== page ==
The Irish Congress of Trade Unions and employers’ body Ibec are exploring a common approach to tackling the gender pay gap, with efforts underway to agree a joint proposal on gender pay gap reporting.
IMPACT has been in touch with Ibec for some months now in an effort to allay fears that gender pay gap reporting could put too great a burden on employers. Legislation to compel larger employers to reveal their organisations’ gender pay gap is currently going through the Oireachtas, so far with all-party support.
In a joint opinion piece (see below), IMPACT’s Lughan Deane and Kara McGann of Ibec call for an appropriate methodology for gender gap reporting to be developed. “This has to be one that both generates meaningful and specific data about really-existing gender pay gaps and is designed so as to minimise, as far as is practicable and without compromising the quality of the data produced, the burden of compliance for employers,” they argue.
IMPACT has called for continued cross-party support for the Gender Pay Gap Information Bill 2017, and says gender pay gap reporting should be introduced in the public sector as an immediate first step. The union has also made two submissions to the Department of Justice and Equality’s consultation process on measures to close the gender pay gap.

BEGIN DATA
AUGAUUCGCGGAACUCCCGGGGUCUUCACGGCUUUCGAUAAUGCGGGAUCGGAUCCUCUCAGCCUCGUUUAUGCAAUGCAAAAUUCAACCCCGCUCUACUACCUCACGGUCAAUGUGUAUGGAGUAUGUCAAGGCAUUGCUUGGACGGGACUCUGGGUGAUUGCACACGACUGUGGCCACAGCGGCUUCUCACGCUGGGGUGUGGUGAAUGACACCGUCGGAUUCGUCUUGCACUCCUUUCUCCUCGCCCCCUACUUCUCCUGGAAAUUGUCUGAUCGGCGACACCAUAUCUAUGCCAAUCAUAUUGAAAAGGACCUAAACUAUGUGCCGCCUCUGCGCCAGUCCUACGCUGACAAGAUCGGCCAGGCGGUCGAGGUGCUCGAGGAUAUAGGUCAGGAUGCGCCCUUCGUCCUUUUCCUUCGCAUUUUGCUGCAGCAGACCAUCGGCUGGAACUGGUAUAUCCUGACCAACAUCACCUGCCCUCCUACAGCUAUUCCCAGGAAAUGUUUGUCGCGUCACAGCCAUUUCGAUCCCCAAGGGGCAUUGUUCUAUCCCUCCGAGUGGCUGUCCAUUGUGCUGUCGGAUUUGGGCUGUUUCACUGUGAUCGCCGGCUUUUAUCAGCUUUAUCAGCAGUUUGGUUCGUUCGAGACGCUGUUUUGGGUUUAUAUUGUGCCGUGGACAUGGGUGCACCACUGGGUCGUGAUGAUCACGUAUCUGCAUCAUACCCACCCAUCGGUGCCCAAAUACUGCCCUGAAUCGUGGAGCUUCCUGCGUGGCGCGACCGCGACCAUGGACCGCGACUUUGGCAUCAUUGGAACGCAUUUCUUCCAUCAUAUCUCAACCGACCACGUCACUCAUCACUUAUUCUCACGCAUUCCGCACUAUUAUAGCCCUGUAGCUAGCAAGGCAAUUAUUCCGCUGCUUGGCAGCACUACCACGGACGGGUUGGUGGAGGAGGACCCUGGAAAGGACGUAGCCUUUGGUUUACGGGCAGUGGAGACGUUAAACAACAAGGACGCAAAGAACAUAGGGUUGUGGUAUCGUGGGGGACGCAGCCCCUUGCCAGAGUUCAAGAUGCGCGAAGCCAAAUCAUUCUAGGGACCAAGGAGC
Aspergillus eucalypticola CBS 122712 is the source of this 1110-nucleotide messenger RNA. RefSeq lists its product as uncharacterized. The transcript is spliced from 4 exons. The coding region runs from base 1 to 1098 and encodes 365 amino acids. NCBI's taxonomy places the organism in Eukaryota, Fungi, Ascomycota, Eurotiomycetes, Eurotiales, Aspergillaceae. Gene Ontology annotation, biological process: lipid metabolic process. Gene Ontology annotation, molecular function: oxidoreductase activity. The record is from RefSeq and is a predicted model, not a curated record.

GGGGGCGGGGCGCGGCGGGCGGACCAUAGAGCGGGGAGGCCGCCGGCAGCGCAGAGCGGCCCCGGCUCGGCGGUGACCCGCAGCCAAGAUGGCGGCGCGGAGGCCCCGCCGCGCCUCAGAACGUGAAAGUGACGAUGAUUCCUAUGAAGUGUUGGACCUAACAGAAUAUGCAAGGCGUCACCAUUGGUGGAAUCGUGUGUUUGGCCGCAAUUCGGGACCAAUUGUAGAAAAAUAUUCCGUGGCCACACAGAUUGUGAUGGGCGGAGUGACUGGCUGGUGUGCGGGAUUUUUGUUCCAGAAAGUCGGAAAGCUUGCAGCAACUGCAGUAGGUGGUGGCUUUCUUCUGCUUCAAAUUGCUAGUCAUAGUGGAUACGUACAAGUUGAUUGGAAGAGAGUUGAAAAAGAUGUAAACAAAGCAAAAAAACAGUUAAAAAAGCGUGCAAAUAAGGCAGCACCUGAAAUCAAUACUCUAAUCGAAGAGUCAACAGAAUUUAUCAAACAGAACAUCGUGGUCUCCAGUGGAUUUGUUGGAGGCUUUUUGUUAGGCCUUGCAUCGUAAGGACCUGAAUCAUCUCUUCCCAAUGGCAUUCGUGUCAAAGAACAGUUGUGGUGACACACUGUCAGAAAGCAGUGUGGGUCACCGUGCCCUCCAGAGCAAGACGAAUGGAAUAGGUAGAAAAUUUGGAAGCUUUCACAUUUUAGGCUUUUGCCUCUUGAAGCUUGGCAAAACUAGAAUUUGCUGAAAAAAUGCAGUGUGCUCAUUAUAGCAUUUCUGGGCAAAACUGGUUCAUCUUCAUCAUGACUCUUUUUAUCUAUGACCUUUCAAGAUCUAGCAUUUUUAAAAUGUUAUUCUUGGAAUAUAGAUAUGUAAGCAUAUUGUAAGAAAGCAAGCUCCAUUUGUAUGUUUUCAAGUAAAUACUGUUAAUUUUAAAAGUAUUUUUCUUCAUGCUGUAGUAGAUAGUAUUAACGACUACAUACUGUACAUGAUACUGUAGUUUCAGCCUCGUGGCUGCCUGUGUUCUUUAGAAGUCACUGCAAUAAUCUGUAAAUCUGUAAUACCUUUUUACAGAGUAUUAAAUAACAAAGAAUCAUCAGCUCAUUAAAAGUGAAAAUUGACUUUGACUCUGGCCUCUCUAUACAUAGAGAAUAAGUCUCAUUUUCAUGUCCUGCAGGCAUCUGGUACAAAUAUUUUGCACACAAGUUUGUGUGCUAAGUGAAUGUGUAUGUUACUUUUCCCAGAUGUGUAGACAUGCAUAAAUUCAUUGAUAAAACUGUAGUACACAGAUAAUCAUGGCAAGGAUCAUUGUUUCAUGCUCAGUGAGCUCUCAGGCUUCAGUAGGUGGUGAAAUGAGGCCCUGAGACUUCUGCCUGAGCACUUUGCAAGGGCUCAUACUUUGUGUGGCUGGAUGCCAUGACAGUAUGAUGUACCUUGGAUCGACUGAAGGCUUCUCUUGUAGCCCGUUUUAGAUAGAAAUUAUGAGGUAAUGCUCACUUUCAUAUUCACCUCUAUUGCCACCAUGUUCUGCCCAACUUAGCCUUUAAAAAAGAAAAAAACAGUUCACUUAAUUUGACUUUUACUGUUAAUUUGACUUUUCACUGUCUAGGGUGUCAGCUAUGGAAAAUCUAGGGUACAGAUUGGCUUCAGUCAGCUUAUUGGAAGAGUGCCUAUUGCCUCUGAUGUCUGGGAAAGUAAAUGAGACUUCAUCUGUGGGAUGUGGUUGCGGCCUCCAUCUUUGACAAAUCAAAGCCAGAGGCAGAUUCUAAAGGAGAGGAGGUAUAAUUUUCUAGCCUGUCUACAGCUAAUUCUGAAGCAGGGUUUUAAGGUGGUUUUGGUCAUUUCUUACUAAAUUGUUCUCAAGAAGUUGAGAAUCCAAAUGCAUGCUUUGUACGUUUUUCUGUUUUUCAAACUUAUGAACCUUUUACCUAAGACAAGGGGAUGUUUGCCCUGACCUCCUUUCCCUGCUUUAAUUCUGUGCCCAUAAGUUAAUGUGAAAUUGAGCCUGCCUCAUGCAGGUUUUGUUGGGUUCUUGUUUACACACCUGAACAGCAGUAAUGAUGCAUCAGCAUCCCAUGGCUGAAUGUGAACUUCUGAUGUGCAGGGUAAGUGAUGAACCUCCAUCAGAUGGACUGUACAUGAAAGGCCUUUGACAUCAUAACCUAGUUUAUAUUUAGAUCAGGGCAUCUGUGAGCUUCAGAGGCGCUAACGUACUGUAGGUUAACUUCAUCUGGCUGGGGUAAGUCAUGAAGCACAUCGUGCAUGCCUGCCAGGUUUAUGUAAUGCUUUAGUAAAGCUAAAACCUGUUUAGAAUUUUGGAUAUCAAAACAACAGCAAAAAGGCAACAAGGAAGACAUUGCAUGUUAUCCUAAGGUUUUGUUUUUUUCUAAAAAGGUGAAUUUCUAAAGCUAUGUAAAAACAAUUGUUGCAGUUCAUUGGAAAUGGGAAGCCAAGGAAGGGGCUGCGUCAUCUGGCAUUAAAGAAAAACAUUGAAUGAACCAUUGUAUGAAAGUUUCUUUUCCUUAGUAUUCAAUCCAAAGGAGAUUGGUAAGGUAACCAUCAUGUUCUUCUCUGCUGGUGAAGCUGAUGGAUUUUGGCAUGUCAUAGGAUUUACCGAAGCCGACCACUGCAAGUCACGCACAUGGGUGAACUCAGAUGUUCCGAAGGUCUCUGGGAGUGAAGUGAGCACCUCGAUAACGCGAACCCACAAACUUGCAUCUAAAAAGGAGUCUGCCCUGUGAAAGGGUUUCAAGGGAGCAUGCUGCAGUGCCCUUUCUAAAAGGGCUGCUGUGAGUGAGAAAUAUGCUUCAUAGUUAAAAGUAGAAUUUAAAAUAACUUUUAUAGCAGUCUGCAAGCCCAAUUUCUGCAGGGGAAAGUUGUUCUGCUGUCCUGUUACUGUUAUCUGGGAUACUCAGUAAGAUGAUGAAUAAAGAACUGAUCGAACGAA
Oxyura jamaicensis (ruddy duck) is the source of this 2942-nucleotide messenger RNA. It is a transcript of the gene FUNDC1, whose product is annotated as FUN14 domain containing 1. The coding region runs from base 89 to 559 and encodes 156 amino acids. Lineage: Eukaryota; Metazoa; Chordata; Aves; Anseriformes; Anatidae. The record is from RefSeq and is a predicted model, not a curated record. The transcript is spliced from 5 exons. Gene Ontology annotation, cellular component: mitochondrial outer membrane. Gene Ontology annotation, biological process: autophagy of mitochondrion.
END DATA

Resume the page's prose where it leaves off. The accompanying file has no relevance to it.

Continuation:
OPINION: If done well, pay gap reporting could be a major step
By Lughan Deane and Kara McGann
If well-designed, the introduction of mandatory gender pay gap reporting in Ireland could represent a positive step towards addressing the gender pay gap.
Gender pay gap reporting has the potential to offer a real diagnostic tool to highlight the particular issues facing distinct organisations, sectors and regions.
Reporting will only be effective, however, if it’s done the right way. An appropriate methodology of reporting must be used. This has to be one that both generates meaningful and specific data about really-existing gender pay gaps and is designed so as to minimise, as far as is practicable and without compromising the quality of the data produced, the burden of compliance for employers.
Ibec and trade unions like IMPACT are committed to endeavouring to achieve the full socio-economic equality of women and girls in Ireland. It’s important in that context to note that addressing the gender pay gap is just one part of that and, equally, that this policy is just one part of addressing the gender pay gap.
There is a myriad of structural, cultural and policy causes for the gender pay gap which themselves need to be directly addressed. This will require action on the part of individuals, employers, trade unions, government and society.
IMPACT, other trade unions and Ibec stand ready to play whatever part they can in tackling gender inequality in the Irish workplace and in wider Irish society.
Lughan Deane works in IMPACT’s Communications Unit.
Dr Kara McGann is senior labour market policy executive with Ibec.